Thank you!

Wednesday, 12 October 2011

Pic of the Day!

An example of western classical architecture fallen into a state of disrepair.

Osun State, September 2011

Monday, 10 October 2011

Pic of the Day!

Iléṣà, Iléṣà, Oṣun State,  State, September 2011

Sunday, 9 October 2011

Nigerian House of the Future #4

"What do you mean? What's wrong with the Nigerian House of today." - Dami Apampa

That was the reply my friend gave me when I asked her casually over my Blackberry Messenger, it just goes to show you that for a lot of people, sustainability isn't a criteria.

So is a house that looks good and is comfortable however you make it - be it with several air conditioning units indoors and decorative paint that needs to be applied at least yearly - a good house?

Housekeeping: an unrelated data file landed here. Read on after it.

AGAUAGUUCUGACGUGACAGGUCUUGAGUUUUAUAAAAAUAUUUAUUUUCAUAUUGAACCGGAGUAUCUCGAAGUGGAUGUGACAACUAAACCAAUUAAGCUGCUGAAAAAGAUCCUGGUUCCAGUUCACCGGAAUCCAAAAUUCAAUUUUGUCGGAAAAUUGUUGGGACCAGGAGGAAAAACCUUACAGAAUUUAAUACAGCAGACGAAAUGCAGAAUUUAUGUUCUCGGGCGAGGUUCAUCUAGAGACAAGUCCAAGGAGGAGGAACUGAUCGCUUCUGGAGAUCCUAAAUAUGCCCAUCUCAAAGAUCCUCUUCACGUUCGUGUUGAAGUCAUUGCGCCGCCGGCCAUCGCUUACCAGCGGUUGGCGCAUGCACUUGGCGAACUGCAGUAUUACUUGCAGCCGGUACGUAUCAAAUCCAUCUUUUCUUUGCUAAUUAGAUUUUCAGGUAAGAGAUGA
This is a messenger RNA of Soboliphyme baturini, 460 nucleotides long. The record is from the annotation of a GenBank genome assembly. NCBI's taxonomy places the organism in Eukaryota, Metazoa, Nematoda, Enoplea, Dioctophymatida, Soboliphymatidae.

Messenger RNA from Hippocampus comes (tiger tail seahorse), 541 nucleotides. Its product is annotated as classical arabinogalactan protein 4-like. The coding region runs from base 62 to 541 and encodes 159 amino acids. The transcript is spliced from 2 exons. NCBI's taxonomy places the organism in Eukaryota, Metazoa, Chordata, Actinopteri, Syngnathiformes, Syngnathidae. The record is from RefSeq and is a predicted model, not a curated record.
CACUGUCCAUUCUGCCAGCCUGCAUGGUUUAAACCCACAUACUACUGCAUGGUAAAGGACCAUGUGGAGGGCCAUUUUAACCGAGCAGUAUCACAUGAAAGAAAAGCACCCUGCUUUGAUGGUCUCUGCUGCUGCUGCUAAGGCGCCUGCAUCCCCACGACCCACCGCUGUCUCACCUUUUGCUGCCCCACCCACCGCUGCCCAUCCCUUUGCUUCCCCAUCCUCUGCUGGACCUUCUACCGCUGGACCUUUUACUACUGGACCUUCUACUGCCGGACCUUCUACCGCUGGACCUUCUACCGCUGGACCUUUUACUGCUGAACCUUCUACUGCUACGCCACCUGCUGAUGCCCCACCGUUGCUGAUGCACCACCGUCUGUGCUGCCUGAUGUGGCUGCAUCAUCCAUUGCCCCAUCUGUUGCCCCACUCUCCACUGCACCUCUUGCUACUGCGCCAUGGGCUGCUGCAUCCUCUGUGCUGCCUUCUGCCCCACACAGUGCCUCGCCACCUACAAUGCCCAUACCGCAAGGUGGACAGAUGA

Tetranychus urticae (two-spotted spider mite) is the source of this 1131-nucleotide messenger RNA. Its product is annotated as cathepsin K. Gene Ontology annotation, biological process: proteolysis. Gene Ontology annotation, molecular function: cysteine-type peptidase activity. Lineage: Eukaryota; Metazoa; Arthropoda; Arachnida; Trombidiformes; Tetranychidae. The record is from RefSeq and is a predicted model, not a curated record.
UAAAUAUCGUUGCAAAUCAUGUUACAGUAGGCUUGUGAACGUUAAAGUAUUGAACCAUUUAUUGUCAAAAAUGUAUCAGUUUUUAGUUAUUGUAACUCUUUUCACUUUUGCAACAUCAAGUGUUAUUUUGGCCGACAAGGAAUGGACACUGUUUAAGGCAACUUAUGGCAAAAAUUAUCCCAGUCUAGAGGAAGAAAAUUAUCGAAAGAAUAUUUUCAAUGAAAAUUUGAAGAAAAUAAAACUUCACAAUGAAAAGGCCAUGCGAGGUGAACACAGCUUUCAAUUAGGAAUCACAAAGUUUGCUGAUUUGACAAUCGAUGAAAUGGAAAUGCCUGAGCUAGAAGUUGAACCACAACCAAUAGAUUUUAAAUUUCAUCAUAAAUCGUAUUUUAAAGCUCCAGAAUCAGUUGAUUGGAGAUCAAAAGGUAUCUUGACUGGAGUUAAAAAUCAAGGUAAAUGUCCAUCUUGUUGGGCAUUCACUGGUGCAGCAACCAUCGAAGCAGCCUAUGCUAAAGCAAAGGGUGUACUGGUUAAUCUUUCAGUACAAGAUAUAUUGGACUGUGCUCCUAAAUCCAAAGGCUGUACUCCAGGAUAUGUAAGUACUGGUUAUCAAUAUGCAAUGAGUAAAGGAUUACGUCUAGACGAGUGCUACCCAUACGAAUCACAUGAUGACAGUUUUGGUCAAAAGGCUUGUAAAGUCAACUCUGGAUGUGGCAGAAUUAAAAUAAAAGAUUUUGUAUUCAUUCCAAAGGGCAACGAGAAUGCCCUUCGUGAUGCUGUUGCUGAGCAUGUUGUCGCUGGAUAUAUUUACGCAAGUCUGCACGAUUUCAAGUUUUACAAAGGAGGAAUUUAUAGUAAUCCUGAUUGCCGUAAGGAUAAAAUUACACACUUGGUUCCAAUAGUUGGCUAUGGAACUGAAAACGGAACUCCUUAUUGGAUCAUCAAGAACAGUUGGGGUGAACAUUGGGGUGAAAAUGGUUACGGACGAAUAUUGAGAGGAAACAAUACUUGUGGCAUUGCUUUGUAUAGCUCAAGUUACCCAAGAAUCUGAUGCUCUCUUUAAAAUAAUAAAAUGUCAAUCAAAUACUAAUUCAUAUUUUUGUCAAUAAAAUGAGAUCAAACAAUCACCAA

Thursday, 6 October 2011

Pic of the Day!

Mr. Biggs Shop front September 2011

Wednesday, 5 October 2011

Fantastic Read #2 - The Architecture of Happiness

I must admit this book is pretty intense at times but the writing style is really lovely and is really helpful if you're looking to develop your architectural vocabulary.

It can be a daunting read for a student who had only just begun to engage within the world of architecture otherwise it can be an excellent challenge for a person who wants to think outside of the normal four walls that constrain their architectural thoughts and decisions.

I rate this book:

- In terms of topics that it covers: 3/5
It is mostly focused on the philosophy behind western ideals of architecture, it doesn't cover African or Asian topics.
- In terms of images and examples: 5/5
There are detailed examples and descriptions throughout the book.
- In terms of usefulness: 5/5